Blomberg on Davids on II Peter and Jude

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Craig Blomberg reviews the new Pillar New Testament Commentary on II Peter and Jude, by Peter Davids. I just got my copy and haven't had time to look at it much, but I'm looking forward to spending a little time in it when we study II Peter in our congregation in August and September.

From what Blomberg says, there's a lot to look forward to. I tend to agree with the few criticisms he offers. I don't know why you would need to think of Jude seeing a writing as canonical for him to quote it, and I'm certainly with Blomberg on the eternal security point. But I don't expect that sort of thing to be the norm.

I should note that, while Blomberg says at the bottom of his review that Davids gets his asterisk for "top pick among detailed but not overly technical commentaries on the English text of these two little epistles", a quick glance at the page he's referring to shows that it doesn't occupy that position alone. Thomas Schreiner's NAC on both epistles to Peter and Jude is still asterisked. I've spent some time in Schreiner's commentary, mostly on I Peter, and it's absolutely excellent. His work on the other two epistles will no doubt be equally good.


You said,
"I don't know why you would need to think of Jude seeing a writing as canonical for him to quote it..."

Would you at least say Jude saw the writing he quoted as functioning as scripture, or in some way authoritative or edifying for the church?

Also, if we apply the same line of thinking (that just because a NT author quotes a writing doesn't mean they thought it was scripture) to other NT writers would you be prepared to say the NT authors didn't necessarily think the books from the OT that they quoted were scripture?

Bryan L

I haven't read Davids' commentary yet (and I'm not sure when I'll get the chance), but I'm curious as to why Blomberg thinks 2 Pet 2:20 "befits" eternal security better than Davids' suggestion. I think he may be making too much of Peter's "vomit" illustration. Perhaps Davids' talks about it more in his commentary. Either way, I'm anticipating Hafemann's NIGTC release, he's written a lot on the subject of eternal security.

Bryan, I would say that Jude at least thinks that the portions of Enoch and the Testament of Moses (and whatever other documents he quotes or alludes to) are edifying enough in the context he uses them in to warrant his using them as illustrations. But the same might be said of some elements of Star Wars. I wouldn't endorse George Lucas' dualist and impersonal view of the Force, but I might think some of the Jedi's actions serve as a helpful example. Jude may well have thought more highly of what he quotes from these writings, but the mere fact that he quotes them doesn't seem to me to demonstrate much about how highly he thought of the writings as whole works. After all, Paul quotes pagan philosophers favorably several times.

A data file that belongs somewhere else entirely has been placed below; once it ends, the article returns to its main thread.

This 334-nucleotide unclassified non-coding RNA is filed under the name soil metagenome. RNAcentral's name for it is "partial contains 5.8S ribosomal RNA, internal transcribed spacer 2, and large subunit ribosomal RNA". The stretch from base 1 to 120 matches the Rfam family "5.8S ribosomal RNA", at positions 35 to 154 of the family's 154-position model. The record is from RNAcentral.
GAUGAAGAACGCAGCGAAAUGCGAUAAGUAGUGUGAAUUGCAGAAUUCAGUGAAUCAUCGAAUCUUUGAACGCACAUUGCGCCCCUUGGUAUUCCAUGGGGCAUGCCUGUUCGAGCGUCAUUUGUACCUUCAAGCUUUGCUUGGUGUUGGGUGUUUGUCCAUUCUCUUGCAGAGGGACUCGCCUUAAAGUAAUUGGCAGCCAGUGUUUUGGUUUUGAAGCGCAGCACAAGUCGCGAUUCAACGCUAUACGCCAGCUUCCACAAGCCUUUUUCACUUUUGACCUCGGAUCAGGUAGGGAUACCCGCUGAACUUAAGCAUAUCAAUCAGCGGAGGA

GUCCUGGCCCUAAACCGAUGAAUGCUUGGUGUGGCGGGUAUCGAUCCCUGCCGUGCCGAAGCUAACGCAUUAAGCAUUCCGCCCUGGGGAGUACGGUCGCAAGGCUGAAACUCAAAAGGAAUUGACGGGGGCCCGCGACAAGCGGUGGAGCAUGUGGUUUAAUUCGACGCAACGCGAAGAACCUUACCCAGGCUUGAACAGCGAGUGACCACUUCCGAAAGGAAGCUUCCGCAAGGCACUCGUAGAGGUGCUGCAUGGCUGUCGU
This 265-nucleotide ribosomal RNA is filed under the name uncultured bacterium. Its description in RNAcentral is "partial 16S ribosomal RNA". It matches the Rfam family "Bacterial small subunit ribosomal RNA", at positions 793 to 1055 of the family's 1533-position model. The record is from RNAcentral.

Danny, I wouldn't say that the vomit image can't indicate a return to a pre-conversion state from someone genuinely converted. There's nothing in the image itself that must be taken either way, so it doesn't show absolutely that this statement involves a notion of eternal security. But I'm not sure that's what Blomberg meant. I think he just sees it as a more plausible read on the image. If the pig is returning to its own vomit, it seems as if it still belongs to it, and that's its natural place even after being cleaned up. So I wouldn't press this as if it's absolutely obvious, but I would lean in taking it that way rather than how Davids apparently suggests that it must be taken. (I don't have the time to look at Davids or any other commentary at the moment.)

I would argue that it's such a clear teaching in other places that it's probably best to take it that way here anyway. Even the seemingly clearest cases of falling away passages seem to me, in context, to be doing something other than speaking of genuinely converted people becoming no longer saved. I don't, however, take them all the way many Calvinists do. See my post here.

How would you consider the way Jude quotes the writers different from how other NT writers quote the OT? It doesn't really seem much different to me.

And again would you be willing to say just because some NT writers quoted something from the OT doesn't mean they thought it was scripture?

Bryan L

Bryan, I'd have to see what Davids says. I don't know if he's making a general claim about quotation or if he thinks there's something about how Jude words these references to other literature, and I'd have to see if I agree with his reasoning. I'm open at this point to several views along the spectrum I've outlined, but I've never studied the book of Jude carefully, so I haven't settled on what I think. But the position Blomberg suggests seems to be one of the possibilities, and if Davids excludes that I'll need to see an argument.

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